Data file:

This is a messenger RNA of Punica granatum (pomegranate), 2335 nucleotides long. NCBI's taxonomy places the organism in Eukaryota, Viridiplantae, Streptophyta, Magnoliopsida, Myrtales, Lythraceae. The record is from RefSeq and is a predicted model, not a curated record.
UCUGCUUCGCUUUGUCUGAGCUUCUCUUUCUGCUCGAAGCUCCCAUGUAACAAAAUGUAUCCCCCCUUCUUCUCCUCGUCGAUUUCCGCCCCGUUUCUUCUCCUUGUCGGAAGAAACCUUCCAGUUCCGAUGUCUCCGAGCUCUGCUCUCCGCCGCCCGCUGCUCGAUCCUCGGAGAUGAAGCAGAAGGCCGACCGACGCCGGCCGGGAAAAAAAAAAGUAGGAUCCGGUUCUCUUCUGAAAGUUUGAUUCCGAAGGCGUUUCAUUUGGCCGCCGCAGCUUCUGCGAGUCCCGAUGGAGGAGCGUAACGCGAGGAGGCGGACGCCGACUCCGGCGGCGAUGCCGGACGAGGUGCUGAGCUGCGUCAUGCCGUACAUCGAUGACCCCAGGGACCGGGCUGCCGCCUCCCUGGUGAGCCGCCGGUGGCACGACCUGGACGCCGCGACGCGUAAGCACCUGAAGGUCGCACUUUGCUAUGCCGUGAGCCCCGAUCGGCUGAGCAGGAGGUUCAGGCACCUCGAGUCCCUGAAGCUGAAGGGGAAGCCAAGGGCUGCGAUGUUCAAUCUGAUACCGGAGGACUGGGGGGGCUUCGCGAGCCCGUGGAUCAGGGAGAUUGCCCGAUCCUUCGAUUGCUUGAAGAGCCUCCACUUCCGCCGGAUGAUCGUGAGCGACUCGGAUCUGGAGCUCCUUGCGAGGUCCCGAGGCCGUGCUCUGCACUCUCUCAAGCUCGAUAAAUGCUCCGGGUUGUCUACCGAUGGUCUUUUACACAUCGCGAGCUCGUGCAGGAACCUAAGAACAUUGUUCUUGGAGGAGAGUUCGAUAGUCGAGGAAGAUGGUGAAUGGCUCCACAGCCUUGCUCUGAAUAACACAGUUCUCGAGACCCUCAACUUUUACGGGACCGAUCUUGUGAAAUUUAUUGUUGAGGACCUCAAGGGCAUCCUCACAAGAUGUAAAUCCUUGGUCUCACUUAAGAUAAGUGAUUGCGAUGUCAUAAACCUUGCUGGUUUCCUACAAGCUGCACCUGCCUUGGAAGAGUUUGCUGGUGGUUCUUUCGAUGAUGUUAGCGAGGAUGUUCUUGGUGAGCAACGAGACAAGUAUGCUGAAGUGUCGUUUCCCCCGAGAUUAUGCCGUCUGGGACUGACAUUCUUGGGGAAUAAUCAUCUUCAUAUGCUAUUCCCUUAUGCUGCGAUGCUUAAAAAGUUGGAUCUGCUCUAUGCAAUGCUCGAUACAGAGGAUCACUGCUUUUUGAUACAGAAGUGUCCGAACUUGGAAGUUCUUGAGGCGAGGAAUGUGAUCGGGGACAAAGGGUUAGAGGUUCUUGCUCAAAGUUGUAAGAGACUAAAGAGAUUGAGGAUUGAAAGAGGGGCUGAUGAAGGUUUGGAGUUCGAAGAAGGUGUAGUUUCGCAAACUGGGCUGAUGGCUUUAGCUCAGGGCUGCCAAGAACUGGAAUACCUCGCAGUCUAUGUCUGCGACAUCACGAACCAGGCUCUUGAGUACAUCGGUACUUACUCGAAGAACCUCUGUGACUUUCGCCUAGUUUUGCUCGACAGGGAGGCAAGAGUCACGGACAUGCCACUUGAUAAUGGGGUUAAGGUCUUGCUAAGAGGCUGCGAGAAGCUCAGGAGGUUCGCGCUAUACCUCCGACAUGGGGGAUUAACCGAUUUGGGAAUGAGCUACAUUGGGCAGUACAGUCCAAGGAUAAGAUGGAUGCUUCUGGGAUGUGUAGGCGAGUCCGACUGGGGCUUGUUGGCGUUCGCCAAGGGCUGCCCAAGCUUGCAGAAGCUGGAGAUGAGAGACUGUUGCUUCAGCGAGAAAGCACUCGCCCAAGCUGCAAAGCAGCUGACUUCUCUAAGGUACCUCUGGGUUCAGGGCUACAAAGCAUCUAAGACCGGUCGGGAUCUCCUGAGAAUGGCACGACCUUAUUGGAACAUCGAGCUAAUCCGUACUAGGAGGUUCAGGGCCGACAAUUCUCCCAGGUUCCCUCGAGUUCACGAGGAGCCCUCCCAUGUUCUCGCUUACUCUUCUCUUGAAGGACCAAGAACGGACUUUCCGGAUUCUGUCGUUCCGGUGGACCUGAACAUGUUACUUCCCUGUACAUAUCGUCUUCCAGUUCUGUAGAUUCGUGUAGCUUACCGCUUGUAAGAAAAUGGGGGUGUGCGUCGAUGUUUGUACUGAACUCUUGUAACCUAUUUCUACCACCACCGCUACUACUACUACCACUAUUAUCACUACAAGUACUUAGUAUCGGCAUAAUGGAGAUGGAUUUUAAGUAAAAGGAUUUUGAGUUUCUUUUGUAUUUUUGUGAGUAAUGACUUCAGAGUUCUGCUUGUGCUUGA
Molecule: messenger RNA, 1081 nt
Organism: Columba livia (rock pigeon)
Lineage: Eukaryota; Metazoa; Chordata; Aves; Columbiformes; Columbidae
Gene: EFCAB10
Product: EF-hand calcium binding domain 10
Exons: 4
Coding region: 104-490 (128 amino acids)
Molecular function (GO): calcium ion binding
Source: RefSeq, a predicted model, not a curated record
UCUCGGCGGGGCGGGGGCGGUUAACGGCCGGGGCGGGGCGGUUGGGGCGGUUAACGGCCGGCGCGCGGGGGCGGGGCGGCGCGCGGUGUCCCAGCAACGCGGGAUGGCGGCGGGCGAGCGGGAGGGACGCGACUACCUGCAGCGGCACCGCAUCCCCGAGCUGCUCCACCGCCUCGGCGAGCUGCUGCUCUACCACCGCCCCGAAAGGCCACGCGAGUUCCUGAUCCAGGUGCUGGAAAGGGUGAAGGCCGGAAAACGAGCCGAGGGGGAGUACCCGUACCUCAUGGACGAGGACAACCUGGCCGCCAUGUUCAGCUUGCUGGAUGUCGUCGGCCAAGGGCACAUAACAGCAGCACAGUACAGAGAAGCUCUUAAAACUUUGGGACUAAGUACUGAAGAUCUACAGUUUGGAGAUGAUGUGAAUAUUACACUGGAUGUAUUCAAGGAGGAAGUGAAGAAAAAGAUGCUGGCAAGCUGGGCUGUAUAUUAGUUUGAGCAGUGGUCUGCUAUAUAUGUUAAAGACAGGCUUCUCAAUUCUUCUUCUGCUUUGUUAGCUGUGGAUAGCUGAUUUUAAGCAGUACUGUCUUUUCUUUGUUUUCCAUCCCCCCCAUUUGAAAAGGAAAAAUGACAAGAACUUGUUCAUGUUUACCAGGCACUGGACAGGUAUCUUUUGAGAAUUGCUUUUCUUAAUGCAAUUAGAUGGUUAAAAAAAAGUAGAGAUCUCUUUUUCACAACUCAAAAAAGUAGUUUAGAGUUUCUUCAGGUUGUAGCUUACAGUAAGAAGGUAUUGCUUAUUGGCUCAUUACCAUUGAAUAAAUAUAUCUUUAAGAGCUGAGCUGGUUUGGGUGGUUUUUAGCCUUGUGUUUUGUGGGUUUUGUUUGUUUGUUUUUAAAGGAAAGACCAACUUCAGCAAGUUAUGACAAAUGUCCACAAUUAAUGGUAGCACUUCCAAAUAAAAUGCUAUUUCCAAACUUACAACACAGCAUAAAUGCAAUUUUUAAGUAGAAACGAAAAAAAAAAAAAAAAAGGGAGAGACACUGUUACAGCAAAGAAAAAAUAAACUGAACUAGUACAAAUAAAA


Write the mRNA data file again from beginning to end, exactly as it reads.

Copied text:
This is a messenger RNA of Punica granatum (pomegranate), 2335 nucleotides long. NCBI's taxonomy places the organism in Eukaryota, Viridiplantae, Streptophyta, Magnoliopsida, Myrtales, Lythraceae. The record is from RefSeq and is a predicted model, not a curated record.
UCUGCUUCGCUUUGUCUGAGCUUCUCUUUCUGCUCGAAGCUCCCAUGUAACAAAAUGUAUCCCCCCUUCUUCUCCUCGUCGAUUUCCGCCCCGUUUCUUCUCCUUGUCGGAAGAAACCUUCCAGUUCCGAUGUCUCCGAGCUCUGCUCUCCGCCGCCCGCUGCUCGAUCCUCGGAGAUGAAGCAGAAGGCCGACCGACGCCGGCCGGGAAAAAAAAAAGUAGGAUCCGGUUCUCUUCUGAAAGUUUGAUUCCGAAGGCGUUUCAUUUGGCCGCCGCAGCUUCUGCGAGUCCCGAUGGAGGAGCGUAACGCGAGGAGGCGGACGCCGACUCCGGCGGCGAUGCCGGACGAGGUGCUGAGCUGCGUCAUGCCGUACAUCGAUGACCCCAGGGACCGGGCUGCCGCCUCCCUGGUGAGCCGCCGGUGGCACGACCUGGACGCCGCGACGCGUAAGCACCUGAAGGUCGCACUUUGCUAUGCCGUGAGCCCCGAUCGGCUGAGCAGGAGGUUCAGGCACCUCGAGUCCCUGAAGCUGAAGGGGAAGCCAAGGGCUGCGAUGUUCAAUCUGAUACCGGAGGACUGGGGGGGCUUCGCGAGCCCGUGGAUCAGGGAGAUUGCCCGAUCCUUCGAUUGCUUGAAGAGCCUCCACUUCCGCCGGAUGAUCGUGAGCGACUCGGAUCUGGAGCUCCUUGCGAGGUCCCGAGGCCGUGCUCUGCACUCUCUCAAGCUCGAUAAAUGCUCCGGGUUGUCUACCGAUGGUCUUUUACACAUCGCGAGCUCGUGCAGGAACCUAAGAACAUUGUUCUUGGAGGAGAGUUCGAUAGUCGAGGAAGAUGGUGAAUGGCUCCACAGCCUUGCUCUGAAUAACACAGUUCUCGAGACCCUCAACUUUUACGGGACCGAUCUUGUGAAAUUUAUUGUUGAGGACCUCAAGGGCAUCCUCACAAGAUGUAAAUCCUUGGUCUCACUUAAGAUAAGUGAUUGCGAUGUCAUAAACCUUGCUGGUUUCCUACAAGCUGCACCUGCCUUGGAAGAGUUUGCUGGUGGUUCUUUCGAUGAUGUUAGCGAGGAUGUUCUUGGUGAGCAACGAGACAAGUAUGCUGAAGUGUCGUUUCCCCCGAGAUUAUGCCGUCUGGGACUGACAUUCUUGGGGAAUAAUCAUCUUCAUAUGCUAUUCCCUUAUGCUGCGAUGCUUAAAAAGUUGGAUCUGCUCUAUGCAAUGCUCGAUACAGAGGAUCACUGCUUUUUGAUACAGAAGUGUCCGAACUUGGAAGUUCUUGAGGCGAGGAAUGUGAUCGGGGACAAAGGGUUAGAGGUUCUUGCUCAAAGUUGUAAGAGACUAAAGAGAUUGAGGAUUGAAAGAGGGGCUGAUGAAGGUUUGGAGUUCGAAGAAGGUGUAGUUUCGCAAACUGGGCUGAUGGCUUUAGCUCAGGGCUGCCAAGAACUGGAAUACCUCGCAGUCUAUGUCUGCGACAUCACGAACCAGGCUCUUGAGUACAUCGGUACUUACUCGAAGAACCUCUGUGACUUUCGCCUAGUUUUGCUCGACAGGGAGGCAAGAGUCACGGACAUGCCACUUGAUAAUGGGGUUAAGGUCUUGCUAAGAGGCUGCGAGAAGCUCAGGAGGUUCGCGCUAUACCUCCGACAUGGGGGAUUAACCGAUUUGGGAAUGAGCUACAUUGGGCAGUACAGUCCAAGGAUAAGAUGGAUGCUUCUGGGAUGUGUAGGCGAGUCCGACUGGGGCUUGUUGGCGUUCGCCAAGGGCUGCCCAAGCUUGCAGAAGCUGGAGAUGAGAGACUGUUGCUUCAGCGAGAAAGCACUCGCCCAAGCUGCAAAGCAGCUGACUUCUCUAAGGUACCUCUGGGUUCAGGGCUACAAAGCAUCUAAGACCGGUCGGGAUCUCCUGAGAAUGGCACGACCUUAUUGGAACAUCGAGCUAAUCCGUACUAGGAGGUUCAGGGCCGACAAUUCUCCCAGGUUCCCUCGAGUUCACGAGGAGCCCUCCCAUGUUCUCGCUUACUCUUCUCUUGAAGGACCAAGAACGGACUUUCCGGAUUCUGUCGUUCCGGUGGACCUGAACAUGUUACUUCCCUGUACAUAUCGUCUUCCAGUUCUGUAGAUUCGUGUAGCUUACCGCUUGUAAGAAAAUGGGGGUGUGCGUCGAUGUUUGUACUGAACUCUUGUAACCUAUUUCUACCACCACCGCUACUACUACUACCACUAUUAUCACUACAAGUACUUAGUAUCGGCAUAAUGGAGAUGGAUUUUAAGUAAAAGGAUUUUGAGUUUCUUUUGUAUUUUUGUGAGUAAUGACUUCAGAGUUCUGCUUGUGCUUGA
Molecule: messenger RNA, 1081 nt
Organism: Columba livia (rock pigeon)
Lineage: Eukaryota; Metazoa; Chordata; Aves; Columbiformes; Columbidae
Gene: EFCAB10
Product: EF-hand calcium binding domain 10
Exons: 4
Coding region: 104-490 (128 amino acids)
Molecular function (GO): calcium ion binding
Source: RefSeq, a predicted model, not a curated record
UCUCGGCGGGGCGGGGGCGGUUAACGGCCGGGGCGGGGCGGUUGGGGCGGUUAACGGCCGGCGCGCGGGGGCGGGGCGGCGCGCGGUGUCCCAGCAACGCGGGAUGGCGGCGGGCGAGCGGGAGGGACGCGACUACCUGCAGCGGCACCGCAUCCCCGAGCUGCUCCACCGCCUCGGCGAGCUGCUGCUCUACCACCGCCCCGAAAGGCCACGCGAGUUCCUGAUCCAGGUGCUGGAAAGGGUGAAGGCCGGAAAACGAGCCGAGGGGGAGUACCCGUACCUCAUGGACGAGGACAACCUGGCCGCCAUGUUCAGCUUGCUGGAUGUCGUCGGCCAAGGGCACAUAACAGCAGCACAGUACAGAGAAGCUCUUAAAACUUUGGGACUAAGUACUGAAGAUCUACAGUUUGGAGAUGAUGUGAAUAUUACACUGGAUGUAUUCAAGGAGGAAGUGAAGAAAAAGAUGCUGGCAAGCUGGGCUGUAUAUUAGUUUGAGCAGUGGUCUGCUAUAUAUGUUAAAGACAGGCUUCUCAAUUCUUCUUCUGCUUUGUUAGCUGUGGAUAGCUGAUUUUAAGCAGUACUGUCUUUUCUUUGUUUUCCAUCCCCCCCAUUUGAAAAGGAAAAAUGACAAGAACUUGUUCAUGUUUACCAGGCACUGGACAGGUAUCUUUUGAGAAUUGCUUUUCUUAAUGCAAUUAGAUGGUUAAAAAAAAGUAGAGAUCUCUUUUUCACAACUCAAAAAAGUAGUUUAGAGUUUCUUCAGGUUGUAGCUUACAGUAAGAAGGUAUUGCUUAUUGGCUCAUUACCAUUGAAUAAAUAUAUCUUUAAGAGCUGAGCUGGUUUGGGUGGUUUUUAGCCUUGUGUUUUGUGGGUUUUGUUUGUUUGUUUUUAAAGGAAAGACCAACUUCAGCAAGUUAUGACAAAUGUCCACAAUUAAUGGUAGCACUUCCAAAUAAAAUGCUAUUUCCAAACUUACAACACAGCAUAAAUGCAAUUUUUAAGUAGAAACGAAAAAAAAAAAAAAAAAGGGAGAGACACUGUUACAGCAAAGAAAAAAUAAACUGAACUAGUACAAAUAAAA